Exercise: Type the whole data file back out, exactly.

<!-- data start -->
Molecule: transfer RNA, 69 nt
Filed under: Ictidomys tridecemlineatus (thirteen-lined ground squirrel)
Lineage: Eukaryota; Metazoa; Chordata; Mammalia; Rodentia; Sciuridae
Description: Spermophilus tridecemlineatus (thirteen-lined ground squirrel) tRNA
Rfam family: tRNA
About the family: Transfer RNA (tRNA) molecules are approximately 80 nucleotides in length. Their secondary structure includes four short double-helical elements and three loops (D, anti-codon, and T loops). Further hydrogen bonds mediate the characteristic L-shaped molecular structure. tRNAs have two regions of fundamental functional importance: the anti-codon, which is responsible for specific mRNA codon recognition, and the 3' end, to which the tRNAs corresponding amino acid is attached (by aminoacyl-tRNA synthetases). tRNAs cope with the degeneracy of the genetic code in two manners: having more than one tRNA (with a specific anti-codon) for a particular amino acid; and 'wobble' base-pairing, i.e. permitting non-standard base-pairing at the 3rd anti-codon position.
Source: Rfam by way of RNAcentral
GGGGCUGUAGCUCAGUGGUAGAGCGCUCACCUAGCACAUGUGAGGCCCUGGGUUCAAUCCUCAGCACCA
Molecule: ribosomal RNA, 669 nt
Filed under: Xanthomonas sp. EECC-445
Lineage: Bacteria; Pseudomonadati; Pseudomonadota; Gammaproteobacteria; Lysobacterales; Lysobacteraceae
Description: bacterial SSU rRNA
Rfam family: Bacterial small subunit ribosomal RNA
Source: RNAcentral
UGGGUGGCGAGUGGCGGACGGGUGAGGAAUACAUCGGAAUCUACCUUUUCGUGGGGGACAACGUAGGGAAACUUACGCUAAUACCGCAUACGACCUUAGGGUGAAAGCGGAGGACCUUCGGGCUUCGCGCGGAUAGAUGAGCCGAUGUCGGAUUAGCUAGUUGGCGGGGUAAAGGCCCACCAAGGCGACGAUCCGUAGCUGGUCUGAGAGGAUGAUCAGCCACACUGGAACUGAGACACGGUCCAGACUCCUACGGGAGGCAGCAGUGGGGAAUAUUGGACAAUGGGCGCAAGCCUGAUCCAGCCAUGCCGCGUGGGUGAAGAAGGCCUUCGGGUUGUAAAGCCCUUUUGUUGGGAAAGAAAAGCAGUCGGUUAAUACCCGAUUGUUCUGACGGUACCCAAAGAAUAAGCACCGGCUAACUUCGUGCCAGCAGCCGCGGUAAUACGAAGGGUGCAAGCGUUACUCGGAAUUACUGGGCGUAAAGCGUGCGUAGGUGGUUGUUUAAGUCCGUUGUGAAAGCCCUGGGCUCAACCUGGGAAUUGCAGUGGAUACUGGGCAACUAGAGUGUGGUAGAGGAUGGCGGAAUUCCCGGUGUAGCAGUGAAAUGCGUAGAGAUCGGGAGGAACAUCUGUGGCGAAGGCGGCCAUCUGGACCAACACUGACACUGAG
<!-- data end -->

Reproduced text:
Molecule: transfer RNA, 69 nt
Filed under: Ictidomys tridecemlineatus (thirteen-lined ground squirrel)
Lineage: Eukaryota; Metazoa; Chordata; Mammalia; Rodentia; Sciuridae
Description: Spermophilus tridecemlineatus (thirteen-lined ground squirrel) tRNA
Rfam family: tRNA
About the family: Transfer RNA (tRNA) molecules are approximately 80 nucleotides in length. Their secondary structure includes four short double-helical elements and three loops (D, anti-codon, and T loops). Further hydrogen bonds mediate the characteristic L-shaped molecular structure. tRNAs have two regions of fundamental functional importance: the anti-codon, which is responsible for specific mRNA codon recognition, and the 3' end, to which the tRNAs corresponding amino acid is attached (by aminoacyl-tRNA synthetases). tRNAs cope with the degeneracy of the genetic code in two manners: having more than one tRNA (with a specific anti-codon) for a particular amino acid; and 'wobble' base-pairing, i.e. permitting non-standard base-pairing at the 3rd anti-codon position.
Source: Rfam by way of RNAcentral
GGGGCUGUAGCUCAGUGGUAGAGCGCUCACCUAGCACAUGUGAGGCCCUGGGUUCAAUCCUCAGCACCA
Molecule: ribosomal RNA, 669 nt
Filed under: Xanthomonas sp. EECC-445
Lineage: Bacteria; Pseudomonadati; Pseudomonadota; Gammaproteobacteria; Lysobacterales; Lysobacteraceae
Description: bacterial SSU rRNA
Rfam family: Bacterial small subunit ribosomal RNA
Source: RNAcentral
UGGGUGGCGAGUGGCGGACGGGUGAGGAAUACAUCGGAAUCUACCUUUUCGUGGGGGACAACGUAGGGAAACUUACGCUAAUACCGCAUACGACCUUAGGGUGAAAGCGGAGGACCUUCGGGCUUCGCGCGGAUAGAUGAGCCGAUGUCGGAUUAGCUAGUUGGCGGGGUAAAGGCCCACCAAGGCGACGAUCCGUAGCUGGUCUGAGAGGAUGAUCAGCCACACUGGAACUGAGACACGGUCCAGACUCCUACGGGAGGCAGCAGUGGGGAAUAUUGGACAAUGGGCGCAAGCCUGAUCCAGCCAUGCCGCGUGGGUGAAGAAGGCCUUCGGGUUGUAAAGCCCUUUUGUUGGGAAAGAAAAGCAGUCGGUUAAUACCCGAUUGUUCUGACGGUACCCAAAGAAUAAGCACCGGCUAACUUCGUGCCAGCAGCCGCGGUAAUACGAAGGGUGCAAGCGUUACUCGGAAUUACUGGGCGUAAAGCGUGCGUAGGUGGUUGUUUAAGUCCGUUGUGAAAGCCCUGGGCUCAACCUGGGAAUUGCAGUGGAUACUGGGCAACUAGAGUGUGGUAGAGGAUGGCGGAAUUCCCGGUGUAGCAGUGAAAUGCGUAGAGAUCGGGAGGAACAUCUGUGGCGAAGGCGGCCAUCUGGACCAACACUGACACUGAG